Posts tagged Motorola GP328
For starters, you’ll need a few things,
The first thing, you’ll need is the programming cable, it interfaces your computer to the radio’s programming port (That port on the side all the accessories connect too), I got mine from a little place called teh internetz, you’ve got two options here. USB or Serial Connection, and if you go Serial DB9 or DB25, but chances are unless you’re living in the 1800′s, DB9 will suffice. (and make sure the cable you get is “RIBless” – Trust me, they don’t enhance the pleasure)
The other thing you’ll need is a computer. Windows 7 64bit failed, so I’m using an XP 32 Bit machine running inside VMware on my 64 bit laptop. I’ve connected my USB Programming cable to the virtual machine and installed the drivers.
I programmed mine with the Motorola’s Professional Radio – Customer Programming Software (aka CPS) R06.12.02, you can download the CPS here.
Okay, so install the software etc, then reboot, trust me, just do it. Okay, next thing to do is to edit the registry; Start -> Run -> regedit -> Ok. Then open up HKEY_LOCAL_MACHINE -> SOFTWARE -> Motorola -> ProRadio -> FSK and edit the string called “SerializedString” and replace it’s data with @%&MAHUS then start up CPS. Now we’re ready to go, that little registry hack doozy makes your CPS software “region free” meaning it’ll program any compatible radio, regardless of country of origin.
Now, plug & screw in the programming cable onto your Motorola GP series radio, in my case, I’m using a Motorla GP328, and I’ve also done this on a GP328 Plus, and GP338. Your serial port should already be hooked up if you’re using VMWare, if not, do that, wire it up, and power on the radio.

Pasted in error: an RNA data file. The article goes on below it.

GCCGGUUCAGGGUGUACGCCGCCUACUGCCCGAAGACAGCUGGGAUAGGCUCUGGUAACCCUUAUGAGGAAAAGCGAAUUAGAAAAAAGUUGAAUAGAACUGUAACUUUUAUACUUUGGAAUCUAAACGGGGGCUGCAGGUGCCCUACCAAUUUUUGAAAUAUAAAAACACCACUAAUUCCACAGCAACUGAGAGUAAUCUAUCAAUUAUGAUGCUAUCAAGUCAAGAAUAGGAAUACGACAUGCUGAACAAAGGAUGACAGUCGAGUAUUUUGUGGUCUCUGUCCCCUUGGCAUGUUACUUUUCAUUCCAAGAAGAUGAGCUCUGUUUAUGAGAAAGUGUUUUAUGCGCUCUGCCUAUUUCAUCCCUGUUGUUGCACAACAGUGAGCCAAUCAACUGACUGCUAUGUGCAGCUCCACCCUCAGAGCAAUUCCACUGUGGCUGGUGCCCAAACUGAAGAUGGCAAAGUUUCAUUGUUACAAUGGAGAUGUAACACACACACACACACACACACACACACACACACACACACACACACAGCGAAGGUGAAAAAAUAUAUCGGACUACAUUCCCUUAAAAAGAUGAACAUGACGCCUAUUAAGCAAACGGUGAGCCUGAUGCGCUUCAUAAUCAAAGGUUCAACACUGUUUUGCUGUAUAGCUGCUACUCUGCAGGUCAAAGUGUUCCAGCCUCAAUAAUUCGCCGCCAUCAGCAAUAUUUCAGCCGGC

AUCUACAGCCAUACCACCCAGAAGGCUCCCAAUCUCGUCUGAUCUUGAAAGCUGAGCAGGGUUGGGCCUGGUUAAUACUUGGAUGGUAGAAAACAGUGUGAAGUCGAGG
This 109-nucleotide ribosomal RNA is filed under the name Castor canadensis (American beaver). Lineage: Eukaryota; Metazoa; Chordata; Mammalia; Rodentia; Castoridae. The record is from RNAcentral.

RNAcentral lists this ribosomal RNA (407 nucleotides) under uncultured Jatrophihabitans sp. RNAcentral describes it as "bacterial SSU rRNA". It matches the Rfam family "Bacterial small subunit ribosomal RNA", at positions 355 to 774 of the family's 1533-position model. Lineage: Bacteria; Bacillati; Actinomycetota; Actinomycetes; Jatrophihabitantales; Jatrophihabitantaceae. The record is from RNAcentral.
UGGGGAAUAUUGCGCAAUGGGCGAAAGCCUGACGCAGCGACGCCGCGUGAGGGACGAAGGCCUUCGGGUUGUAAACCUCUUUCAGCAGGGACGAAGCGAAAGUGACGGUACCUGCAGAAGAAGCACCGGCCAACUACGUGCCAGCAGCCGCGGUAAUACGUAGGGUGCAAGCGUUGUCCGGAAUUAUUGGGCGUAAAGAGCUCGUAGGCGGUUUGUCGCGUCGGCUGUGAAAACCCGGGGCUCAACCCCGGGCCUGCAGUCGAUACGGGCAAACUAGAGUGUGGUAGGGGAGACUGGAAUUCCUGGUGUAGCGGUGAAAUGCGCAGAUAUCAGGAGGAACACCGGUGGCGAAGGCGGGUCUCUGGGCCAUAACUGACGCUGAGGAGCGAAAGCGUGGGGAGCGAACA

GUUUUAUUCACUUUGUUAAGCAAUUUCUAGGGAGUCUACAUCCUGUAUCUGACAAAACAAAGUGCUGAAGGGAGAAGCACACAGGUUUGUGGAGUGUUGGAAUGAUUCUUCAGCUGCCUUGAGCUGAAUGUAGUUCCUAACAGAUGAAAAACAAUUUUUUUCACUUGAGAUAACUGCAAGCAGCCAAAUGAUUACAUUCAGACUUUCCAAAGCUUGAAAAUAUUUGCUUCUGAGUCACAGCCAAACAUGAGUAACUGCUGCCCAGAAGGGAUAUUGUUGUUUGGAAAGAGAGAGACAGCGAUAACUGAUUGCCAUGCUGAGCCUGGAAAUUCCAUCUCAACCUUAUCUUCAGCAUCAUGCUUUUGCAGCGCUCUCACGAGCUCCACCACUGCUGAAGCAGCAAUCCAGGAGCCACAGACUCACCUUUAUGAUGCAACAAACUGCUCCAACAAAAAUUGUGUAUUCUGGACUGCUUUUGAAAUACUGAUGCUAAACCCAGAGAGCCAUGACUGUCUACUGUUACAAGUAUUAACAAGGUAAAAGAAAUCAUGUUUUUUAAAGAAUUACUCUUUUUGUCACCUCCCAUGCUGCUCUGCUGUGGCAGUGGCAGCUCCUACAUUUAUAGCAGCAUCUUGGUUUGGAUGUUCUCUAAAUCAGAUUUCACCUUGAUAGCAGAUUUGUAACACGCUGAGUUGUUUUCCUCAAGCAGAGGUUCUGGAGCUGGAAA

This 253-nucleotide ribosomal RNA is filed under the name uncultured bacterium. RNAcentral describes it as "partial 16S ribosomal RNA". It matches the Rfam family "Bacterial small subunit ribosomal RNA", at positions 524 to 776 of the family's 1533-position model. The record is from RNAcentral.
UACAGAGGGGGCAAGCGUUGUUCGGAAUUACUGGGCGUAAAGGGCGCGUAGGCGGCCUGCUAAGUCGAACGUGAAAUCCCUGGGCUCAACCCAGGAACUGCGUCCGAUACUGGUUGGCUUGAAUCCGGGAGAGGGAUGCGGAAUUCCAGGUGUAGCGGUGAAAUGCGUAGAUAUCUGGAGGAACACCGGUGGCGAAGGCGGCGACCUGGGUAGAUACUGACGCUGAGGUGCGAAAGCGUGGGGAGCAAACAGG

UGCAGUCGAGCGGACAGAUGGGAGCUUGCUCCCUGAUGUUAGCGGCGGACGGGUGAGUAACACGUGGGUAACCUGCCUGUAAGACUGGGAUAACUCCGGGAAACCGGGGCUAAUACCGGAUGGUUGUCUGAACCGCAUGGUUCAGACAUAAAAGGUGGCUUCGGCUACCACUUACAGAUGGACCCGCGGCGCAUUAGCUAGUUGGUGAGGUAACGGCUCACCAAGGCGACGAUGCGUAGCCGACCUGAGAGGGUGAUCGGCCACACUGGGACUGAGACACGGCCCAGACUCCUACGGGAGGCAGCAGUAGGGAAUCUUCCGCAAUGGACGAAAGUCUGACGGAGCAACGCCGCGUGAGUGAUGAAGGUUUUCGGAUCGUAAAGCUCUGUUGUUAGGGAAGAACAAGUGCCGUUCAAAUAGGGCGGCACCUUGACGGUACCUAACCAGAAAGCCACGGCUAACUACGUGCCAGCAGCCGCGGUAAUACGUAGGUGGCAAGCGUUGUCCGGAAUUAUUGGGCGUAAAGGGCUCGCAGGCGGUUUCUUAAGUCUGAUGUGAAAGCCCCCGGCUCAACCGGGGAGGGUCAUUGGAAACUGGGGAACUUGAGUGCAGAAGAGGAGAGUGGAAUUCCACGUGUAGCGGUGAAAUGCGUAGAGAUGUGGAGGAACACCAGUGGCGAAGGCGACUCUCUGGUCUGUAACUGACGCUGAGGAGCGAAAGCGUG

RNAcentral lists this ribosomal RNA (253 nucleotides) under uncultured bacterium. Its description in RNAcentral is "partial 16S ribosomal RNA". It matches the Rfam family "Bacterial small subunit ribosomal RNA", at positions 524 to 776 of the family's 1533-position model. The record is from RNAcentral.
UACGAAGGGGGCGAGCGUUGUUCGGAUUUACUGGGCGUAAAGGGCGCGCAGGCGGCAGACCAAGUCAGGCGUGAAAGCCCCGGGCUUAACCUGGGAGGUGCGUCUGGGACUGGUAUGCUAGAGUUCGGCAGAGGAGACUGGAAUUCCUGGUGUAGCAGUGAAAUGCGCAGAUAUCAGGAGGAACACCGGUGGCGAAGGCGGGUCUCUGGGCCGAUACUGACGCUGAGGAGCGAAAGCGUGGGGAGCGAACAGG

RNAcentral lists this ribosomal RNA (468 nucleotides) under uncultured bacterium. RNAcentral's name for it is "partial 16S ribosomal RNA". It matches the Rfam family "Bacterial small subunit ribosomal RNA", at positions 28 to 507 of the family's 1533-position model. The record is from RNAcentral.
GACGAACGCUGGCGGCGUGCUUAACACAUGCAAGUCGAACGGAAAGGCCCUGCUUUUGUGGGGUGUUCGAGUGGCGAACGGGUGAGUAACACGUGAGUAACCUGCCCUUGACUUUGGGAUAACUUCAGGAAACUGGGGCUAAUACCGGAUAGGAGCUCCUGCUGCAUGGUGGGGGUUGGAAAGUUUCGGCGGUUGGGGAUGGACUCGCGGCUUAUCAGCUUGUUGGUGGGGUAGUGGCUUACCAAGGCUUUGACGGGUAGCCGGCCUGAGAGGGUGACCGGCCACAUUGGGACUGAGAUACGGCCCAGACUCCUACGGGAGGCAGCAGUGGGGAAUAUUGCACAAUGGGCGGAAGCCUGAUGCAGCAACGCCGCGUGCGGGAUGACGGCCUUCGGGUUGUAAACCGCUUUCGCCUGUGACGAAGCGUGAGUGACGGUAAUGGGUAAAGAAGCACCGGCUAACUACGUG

Okay, so fire up the software, it’ll have installed the Motorola Application Launcher too, I won’t get into that in this tutorial, just open the app called “Professional Series CPS R06.12.02″, select “File -> Read Device” and then select your serial port. Chances are it’ll be COM3 if you’re using VMware, or whatever number your COM port it is, even if you buy the USB version, it’s just a USB-Serial device, so it’s still going to have a COM port number, if you don’t know what COM port your serial device is, there’s a good tute here. If even then you can’t work it out, trial and error ’till you get it, if not, check your cable & your drivers. It’ll complain that the software “Could not open port. Check whether Device/RIB are turned on or not, and the Device to RIB, and the RIB to PC connection is OK”, check your com port is set to be the right one, check the cable and check the radio is on.
Cool, well if you’ve got your radio read, and you’re seeing the image to the right, congrats, that’s the frustrating bit done.
So here’s an overview of how to program your radio using CPS:
*I’m not going to get into what every field does, I’m just going to talk about the radio concepts you may not be familiar with, what they mean and how to set them.
First thing to do is to find your radio’s Frequency Range, double clicking on “radio information”, then clicking on “Frequency Range” will give you that info, take note of it, it’ll come in handy in just a tick, then you can go right ahead and close that, which will take you back to the image on the right.
Okay, so “Personality” is a channel and it’s attributes. Depending on the number of channels your radio supports, you may find you’ve got a bazillion entries when you expand your “Conventional Personality” or only just one, either way, click on the first one,